Vidas: Hi guys, this is Vidas!
Ausra: And Ausra!
V: Let’s start episode 408 of Secrets of Organ Playing Podcast. This question was sent by Sally, and she writes:
I worked on registration for my prelude this weekend and practiced one of the Hymns. I also worked on the Beginning Pedal studies, Day 5, and reviewed Days 1 through 4. These are a struggle for me because I am trying to following the pedal markings and am not comfortable with thirds. I don't usually want to do them with the same foot (either toe/heel or heel/toe) as I am not very accurate. The pedal studies are forcing me to work on that technique. I also tend to not use my left foot on the upper right side of the pedal board, so I am working on this as well.
V: Sally is our Total Organist student, and this question, I asked at the end of the day what she was working on, and she apparently is struggling with playing thirds with the same foot on the pedals. What do you think, Ausra?
A: I think many of us share this same struggle. Is it easy for you to play thirds with one foot?
V: If I play without my shoes, yes, it’s very difficult, because you need heels. Right?
A: Yes, but I think that, of course, you need shoes, I couldn’t agree more, but it also depends on how long your foot is. You have a longer foot, longer feet in general, so I think it’s probably easier for you. I don’t have such a long foot, and sometimes I struggle with playing thirds, too, because how will you extend your foot? It’s impossible, unless you buy bigger shoes, but then you might lose them on the organ bench.
V: Exactly. A basketball player might easily play a fifth on the organ, with his size. Right?
A: Well, true, but I think he or she would have another problem, and would hit, probably, a few keys at the same time.
V: And probably the bench will be too low for him.
A: So, all of us are different, and we all have to adjust to the organ.
V: But what I liked about Sally’s report is that she doesn’t give up easily, and if something doesn’t come easily, she practices repeatedly, and I think one more issue with why playing in thirds is more difficult than playing in seconds is because you have to move your ankle even more with thirds. Right?
A: That’s true, ankle flexibility is a problem for some people.
V: And with practice, flexibility improves! Which means that it should come easier with time for Sally and others who are struggling with this.
A: Yes! I thought about a funny thing when you said that flexibility will improve with practice. I thought, “What would happen if you would break your ankle, if you would try to practice too hard?”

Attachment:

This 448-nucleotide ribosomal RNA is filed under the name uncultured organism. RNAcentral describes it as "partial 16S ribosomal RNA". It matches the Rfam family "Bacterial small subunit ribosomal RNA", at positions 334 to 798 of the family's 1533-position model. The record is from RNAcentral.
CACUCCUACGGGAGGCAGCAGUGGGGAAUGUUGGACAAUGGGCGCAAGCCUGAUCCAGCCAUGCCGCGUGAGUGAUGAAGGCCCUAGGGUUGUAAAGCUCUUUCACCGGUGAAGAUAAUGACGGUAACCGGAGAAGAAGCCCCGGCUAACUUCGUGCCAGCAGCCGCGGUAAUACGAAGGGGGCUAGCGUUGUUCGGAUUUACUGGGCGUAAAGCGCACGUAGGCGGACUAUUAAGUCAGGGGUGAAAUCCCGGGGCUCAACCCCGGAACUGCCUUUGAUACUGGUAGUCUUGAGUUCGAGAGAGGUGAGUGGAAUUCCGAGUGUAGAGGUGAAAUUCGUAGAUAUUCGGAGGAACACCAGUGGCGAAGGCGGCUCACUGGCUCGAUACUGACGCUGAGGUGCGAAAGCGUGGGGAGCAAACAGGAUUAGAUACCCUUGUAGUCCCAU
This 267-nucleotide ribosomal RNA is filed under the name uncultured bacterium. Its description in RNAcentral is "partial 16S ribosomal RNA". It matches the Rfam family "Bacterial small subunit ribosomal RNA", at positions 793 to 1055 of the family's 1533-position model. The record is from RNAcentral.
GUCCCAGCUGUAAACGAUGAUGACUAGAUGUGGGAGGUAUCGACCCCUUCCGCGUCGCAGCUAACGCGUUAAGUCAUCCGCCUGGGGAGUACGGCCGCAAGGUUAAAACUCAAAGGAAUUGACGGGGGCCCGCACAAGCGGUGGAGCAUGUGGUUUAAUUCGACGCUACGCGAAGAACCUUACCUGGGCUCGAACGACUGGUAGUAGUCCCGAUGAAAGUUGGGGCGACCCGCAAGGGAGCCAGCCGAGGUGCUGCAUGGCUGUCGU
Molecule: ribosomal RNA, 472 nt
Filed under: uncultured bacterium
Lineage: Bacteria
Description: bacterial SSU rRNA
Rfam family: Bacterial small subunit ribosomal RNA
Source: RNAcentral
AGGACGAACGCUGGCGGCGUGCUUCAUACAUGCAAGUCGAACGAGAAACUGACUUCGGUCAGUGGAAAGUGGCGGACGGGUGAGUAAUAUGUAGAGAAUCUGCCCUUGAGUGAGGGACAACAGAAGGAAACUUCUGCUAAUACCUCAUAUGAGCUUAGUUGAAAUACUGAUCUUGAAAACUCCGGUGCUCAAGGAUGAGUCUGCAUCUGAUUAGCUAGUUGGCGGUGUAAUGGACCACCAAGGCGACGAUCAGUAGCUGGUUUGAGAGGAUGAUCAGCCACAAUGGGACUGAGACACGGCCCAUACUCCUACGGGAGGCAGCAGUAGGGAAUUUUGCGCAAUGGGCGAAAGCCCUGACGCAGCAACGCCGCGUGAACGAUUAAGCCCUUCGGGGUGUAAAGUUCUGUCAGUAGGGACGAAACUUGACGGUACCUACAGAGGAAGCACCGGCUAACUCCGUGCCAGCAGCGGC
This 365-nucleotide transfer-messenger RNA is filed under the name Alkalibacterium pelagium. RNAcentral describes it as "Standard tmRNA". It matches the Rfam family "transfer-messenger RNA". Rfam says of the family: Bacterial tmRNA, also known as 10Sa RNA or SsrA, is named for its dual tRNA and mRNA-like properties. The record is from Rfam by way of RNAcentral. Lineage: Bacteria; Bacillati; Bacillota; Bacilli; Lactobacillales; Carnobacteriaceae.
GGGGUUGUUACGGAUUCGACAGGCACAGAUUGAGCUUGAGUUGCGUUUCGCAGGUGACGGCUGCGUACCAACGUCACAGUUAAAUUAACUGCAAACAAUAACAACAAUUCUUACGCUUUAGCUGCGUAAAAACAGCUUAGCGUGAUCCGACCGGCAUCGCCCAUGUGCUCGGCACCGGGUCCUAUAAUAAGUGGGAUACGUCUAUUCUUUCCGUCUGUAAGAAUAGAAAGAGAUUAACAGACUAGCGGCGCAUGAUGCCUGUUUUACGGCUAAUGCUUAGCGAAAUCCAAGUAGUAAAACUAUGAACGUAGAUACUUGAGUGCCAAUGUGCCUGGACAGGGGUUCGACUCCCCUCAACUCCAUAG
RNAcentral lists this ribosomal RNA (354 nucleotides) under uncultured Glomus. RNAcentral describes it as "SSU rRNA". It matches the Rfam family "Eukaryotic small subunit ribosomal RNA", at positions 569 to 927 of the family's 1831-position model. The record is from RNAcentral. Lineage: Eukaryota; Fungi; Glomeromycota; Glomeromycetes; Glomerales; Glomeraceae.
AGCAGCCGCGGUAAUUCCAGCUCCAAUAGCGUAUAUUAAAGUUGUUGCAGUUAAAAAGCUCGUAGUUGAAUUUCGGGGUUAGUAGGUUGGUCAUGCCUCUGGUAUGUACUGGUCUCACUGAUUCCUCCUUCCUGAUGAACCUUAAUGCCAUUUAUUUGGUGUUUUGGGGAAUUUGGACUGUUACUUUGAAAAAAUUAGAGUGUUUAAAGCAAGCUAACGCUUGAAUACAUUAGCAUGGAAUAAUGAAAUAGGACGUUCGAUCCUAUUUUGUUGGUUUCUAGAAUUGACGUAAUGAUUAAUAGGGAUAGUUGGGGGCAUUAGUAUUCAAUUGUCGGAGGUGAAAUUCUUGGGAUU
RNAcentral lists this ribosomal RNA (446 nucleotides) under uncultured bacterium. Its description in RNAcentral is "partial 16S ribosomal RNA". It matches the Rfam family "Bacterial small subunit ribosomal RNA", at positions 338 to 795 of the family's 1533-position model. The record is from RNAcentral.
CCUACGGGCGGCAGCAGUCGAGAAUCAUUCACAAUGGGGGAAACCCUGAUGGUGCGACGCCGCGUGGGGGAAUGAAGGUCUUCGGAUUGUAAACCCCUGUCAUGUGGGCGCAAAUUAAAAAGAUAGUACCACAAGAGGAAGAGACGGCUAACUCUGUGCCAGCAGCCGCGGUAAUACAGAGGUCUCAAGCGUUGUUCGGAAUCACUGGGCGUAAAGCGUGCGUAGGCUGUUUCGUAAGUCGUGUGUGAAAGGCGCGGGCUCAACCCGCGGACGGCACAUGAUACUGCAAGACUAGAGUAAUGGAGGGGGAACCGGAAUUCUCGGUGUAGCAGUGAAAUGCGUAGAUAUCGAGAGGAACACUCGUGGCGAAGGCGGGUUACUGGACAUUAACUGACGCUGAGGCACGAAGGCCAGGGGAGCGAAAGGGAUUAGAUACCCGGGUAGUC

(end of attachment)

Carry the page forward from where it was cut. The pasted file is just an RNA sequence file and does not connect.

V: It’s the same as with stretching in the morning or in the evening. If someone does any kind of stretching, like Pilates or Yoga. If you try too hard, then it’s unhealthy.
A: Yes, and I think that it is always harder to practice in the morning, the same as to do physical exercises in the morning, because on the one hand you are all fresh, but your body is very stiff in the morning.
V: Right. Physical activity tends to go easier in the afternoon. That’s why singers don’t like to sing their pieces in a public setting in the morning.
A: It’s because the voice is still sleeping for a few hours after you wake up.
V: You might even notice my voice today. It’s sleeping, still!
A: Well, it’s okay. It sounds okay for me. Well, I wanted to discuss another issue about this question about pedal exercises. Do you think they need to be polished, like 100%, each of them?
V: Maybe, let’s say, 70% is quite enough, not 100%. Because, it’s technical exercise. Right? It’s not like a finished organ composition which you can play in public, or to yourself with satisfaction, an artistically pleasing manner. No, it’s just an exercise which leads to a better technique. And I always think that technique exists for person and not the other way around—the person doesn’t exist for the technique. And if something is really really uncomfortable and feels unhealthy, you have to either adapt it, or just skip.
A: Yes, that’s what I thought, too, because these are not repertoire pieces, these are just technical exercises to help you to improve your technique, and even when you choose the repertoire for yourself, you need to sightread it through and see if it’s possible for you to do, that it does not have some goals that you cannot reach yet.
V: Because for some people, their palm flexibility, or reach, is greater than others, and they could reach more than an octave, easily, and for some, they barely reach an octave! And if such piece has wide intervals or double thirds, double sixths, then thick texture makes playing very difficult for small hands.
A: True, so you always have to check things.
V: But maybe early music is your strength, and maybe trio sonatas would sound wonderful for you, because each hand only takes just one voice!
A: Well, and there are later compositions that need such a playful technique, sort of small technique.
V: True. Okay, guys, we hope this was useful to you. Please send us your wonderful questions; we love helping you grow, and remember: when you practice,
A: Miracles happen.
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Drs. Vidas Pinkevicius and Ausra Motuzaite-Pinkeviciene
Organists of Vilnius University , creators of Secrets of Organ Playing.
Don't have an organ at home?
Download paper manuals and pedals, print them out, cut the white spaces, tape the sheets together and you'll be ready to practice anywhere where is a desk and floor. Make sure you have a higher chair.